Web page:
Treating Souls and Animals

A few years ago, when Lloyd walked into Eagle Nest Life Center, where he often went for Alcoholics Anonymous meetings, it looked more like a hospital than a church.

Exam tables had been set up across the basement floor of the Assembly of God church in Wanblee, South Dakota.
Lloyd was in the right place, though.

He brought his dog to one of Eagle Nest’s veterinarian clinics, held biannually as a service to Pine Ridge Indian Reservation and the surrounding community of Wanblee.

Veterinarians and technicians working with Christian Veterinary Mission (CVM) partner with Eagle Nest for the clinics. They provided Lloyd’s dog with a free exam and vaccinations. Before Lloyd headed home, those at the clinic prayed for him.

Church staff learned weeks later that Lloyd had died.

“We never know who we’re going to encounter and what the next day is going to bring,” says pastor Gus R. Craven, 64. He leads Eagle Nest with his wife, Terry, and serves as an AG U.S. missionary with Intercultural Ministries to the Oglala band of Lakota Sioux Native Americans on the reservation.

“We need to look for and take advantage of every opportunity to share the gospel,” Craven says.

Twice a year since 2010, the church and CVM converts the Eagle Nest basement into a pop-up vet clinic. They provide vaccinations, dewormings, flea and tick treatments, and exams to small animals. Since Craven owns an adjoining ranch with horses, he also helps with vaccinations, castrations, and care of local horses during the clinics. Veterinarians treated 130 small animals this spring during the three-day clinic event. After the clinics are done for the day, the vet staff has a place to stay at the church and ranch bunkhouse.

The first year, the Cravens and their team helped 20 cats and dogs. To date, 530 cats and dogs have been seen.

Knowing there are animals in the community that don’t receive adequate care inspired Craven to host the vet ministry. It allows church adherents to build relationships with local residents while their pets are being tended.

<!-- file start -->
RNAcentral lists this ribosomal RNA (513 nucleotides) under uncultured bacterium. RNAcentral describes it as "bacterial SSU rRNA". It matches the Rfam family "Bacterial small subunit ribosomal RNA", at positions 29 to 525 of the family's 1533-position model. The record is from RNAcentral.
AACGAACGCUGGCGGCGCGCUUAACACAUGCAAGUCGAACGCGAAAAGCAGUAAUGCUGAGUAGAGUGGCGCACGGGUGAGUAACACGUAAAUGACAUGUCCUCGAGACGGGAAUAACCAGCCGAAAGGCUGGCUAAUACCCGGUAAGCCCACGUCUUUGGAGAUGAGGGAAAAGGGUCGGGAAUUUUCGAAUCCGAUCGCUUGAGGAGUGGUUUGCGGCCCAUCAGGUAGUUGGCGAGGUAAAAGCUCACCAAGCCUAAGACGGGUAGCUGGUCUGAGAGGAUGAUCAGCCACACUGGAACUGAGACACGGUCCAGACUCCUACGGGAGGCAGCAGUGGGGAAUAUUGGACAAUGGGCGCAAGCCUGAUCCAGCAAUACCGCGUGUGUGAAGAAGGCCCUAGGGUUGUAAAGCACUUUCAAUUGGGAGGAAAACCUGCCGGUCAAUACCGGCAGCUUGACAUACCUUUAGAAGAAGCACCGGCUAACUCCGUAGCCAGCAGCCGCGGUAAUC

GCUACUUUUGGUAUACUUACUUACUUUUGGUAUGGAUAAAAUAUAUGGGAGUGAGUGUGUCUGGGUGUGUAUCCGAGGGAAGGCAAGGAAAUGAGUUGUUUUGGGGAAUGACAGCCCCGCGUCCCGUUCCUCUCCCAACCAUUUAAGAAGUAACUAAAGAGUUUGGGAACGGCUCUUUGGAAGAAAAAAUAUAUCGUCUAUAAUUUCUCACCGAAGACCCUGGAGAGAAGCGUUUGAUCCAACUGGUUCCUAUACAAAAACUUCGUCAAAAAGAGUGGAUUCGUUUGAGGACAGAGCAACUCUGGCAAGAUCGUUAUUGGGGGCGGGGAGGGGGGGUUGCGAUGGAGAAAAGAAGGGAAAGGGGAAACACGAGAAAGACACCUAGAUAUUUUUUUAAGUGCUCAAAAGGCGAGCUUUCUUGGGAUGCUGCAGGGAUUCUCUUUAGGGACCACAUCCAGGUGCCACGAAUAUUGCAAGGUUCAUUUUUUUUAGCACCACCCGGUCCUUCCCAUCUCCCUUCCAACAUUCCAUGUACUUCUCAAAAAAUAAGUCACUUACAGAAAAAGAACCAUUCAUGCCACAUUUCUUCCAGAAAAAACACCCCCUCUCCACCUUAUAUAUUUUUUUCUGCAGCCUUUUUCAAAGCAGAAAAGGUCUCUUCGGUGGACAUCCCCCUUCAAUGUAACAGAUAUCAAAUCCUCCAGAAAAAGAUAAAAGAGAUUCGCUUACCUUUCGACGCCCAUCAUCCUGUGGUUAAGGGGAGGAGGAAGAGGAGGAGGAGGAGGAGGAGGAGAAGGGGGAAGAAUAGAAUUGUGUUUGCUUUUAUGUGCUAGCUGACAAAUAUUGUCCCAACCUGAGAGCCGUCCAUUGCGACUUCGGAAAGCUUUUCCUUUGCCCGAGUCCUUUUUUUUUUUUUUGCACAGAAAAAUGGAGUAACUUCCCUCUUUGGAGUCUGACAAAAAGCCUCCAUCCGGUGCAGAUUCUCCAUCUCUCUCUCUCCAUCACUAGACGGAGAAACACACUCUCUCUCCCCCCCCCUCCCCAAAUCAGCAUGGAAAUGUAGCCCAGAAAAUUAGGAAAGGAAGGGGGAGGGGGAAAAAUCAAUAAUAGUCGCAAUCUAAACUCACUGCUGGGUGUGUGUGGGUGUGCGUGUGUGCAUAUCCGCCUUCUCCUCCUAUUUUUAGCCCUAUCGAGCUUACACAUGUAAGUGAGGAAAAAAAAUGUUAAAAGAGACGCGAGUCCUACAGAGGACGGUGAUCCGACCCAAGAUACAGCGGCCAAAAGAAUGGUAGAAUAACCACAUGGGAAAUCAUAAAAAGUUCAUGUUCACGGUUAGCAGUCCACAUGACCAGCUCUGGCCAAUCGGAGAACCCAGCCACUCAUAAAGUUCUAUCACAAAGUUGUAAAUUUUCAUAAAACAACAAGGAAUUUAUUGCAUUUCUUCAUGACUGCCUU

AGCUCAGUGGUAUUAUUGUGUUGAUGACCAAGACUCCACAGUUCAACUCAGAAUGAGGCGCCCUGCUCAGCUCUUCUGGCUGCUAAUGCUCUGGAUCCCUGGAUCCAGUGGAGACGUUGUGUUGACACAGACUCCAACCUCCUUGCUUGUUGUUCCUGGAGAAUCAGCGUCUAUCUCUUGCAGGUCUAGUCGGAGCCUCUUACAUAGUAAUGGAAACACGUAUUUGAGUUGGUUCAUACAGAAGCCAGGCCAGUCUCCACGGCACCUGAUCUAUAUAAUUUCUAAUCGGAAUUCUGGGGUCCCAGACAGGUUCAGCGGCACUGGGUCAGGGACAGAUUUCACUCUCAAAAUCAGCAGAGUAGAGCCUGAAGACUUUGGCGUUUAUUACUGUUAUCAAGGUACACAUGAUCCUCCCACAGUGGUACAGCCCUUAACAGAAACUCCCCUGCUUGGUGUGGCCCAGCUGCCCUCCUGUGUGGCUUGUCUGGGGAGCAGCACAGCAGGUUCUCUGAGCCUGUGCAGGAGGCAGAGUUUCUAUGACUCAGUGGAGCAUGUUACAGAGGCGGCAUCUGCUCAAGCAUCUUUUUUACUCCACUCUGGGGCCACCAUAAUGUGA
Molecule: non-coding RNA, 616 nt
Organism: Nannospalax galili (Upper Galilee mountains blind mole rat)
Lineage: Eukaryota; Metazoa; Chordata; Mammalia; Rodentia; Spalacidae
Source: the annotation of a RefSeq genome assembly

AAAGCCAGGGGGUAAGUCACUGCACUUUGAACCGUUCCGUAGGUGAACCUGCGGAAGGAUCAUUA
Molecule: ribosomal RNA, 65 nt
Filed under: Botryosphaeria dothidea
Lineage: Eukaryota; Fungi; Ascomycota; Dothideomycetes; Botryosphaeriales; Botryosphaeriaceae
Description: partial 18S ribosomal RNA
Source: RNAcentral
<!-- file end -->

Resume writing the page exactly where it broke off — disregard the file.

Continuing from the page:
The ranch is often bustling other parts of the year, too, as Gus and Terry minister in other ways. One facet of Glory Ranch is providing life-skills training such as welding, woodworking, and mechanical work to those ages 8 to 14.

“Vacation Bible school is fine, but we need to go beyond cookies and punch,” Craven says. “We decided to begin to plant seeds within people and give them skills that they could use as an opportunity for employment.”

Craven worked in the construction industry for many years and also brings in other instructors to help teach workshops.

At the Glory Ranch arena, the Cravens, both born and raised in the Wanblee area, provide basic horsemanship and rodeo skills, such as bull riding and barrel racing clinics, They share how those in the clinic can combine their faith with their rodeo life.

Twice a year, they hold Camp Noah, where they take kids camping along the Missouri River and conduct outdoor activities, along with Bible teaching and crafts.

Every October, they minister through their Harvest Festival, including horseback riding, archery, a pumpkin patch, carnival, and zipline.

Craven says they wouldn’t be able to host their events without volunteer support. One of those volunteers is Shawn Pike, who attends Real Life, an AG church in Batavia, Ohio.

Over the years, Pike, who has typically volunteered once or twice a year since 2006, helps with vacation Bible school, food pantries, construction projects, Camp Noah, or bringing in supplies such as donated Bibles.

“My wife and daughters wanted to serve overseas, but I wasn’t really ready for that,” Pike says. “So, they came up with a plan to get me started within the country, and I just fell in love with it. Helping the kids out there really gets me.”

 

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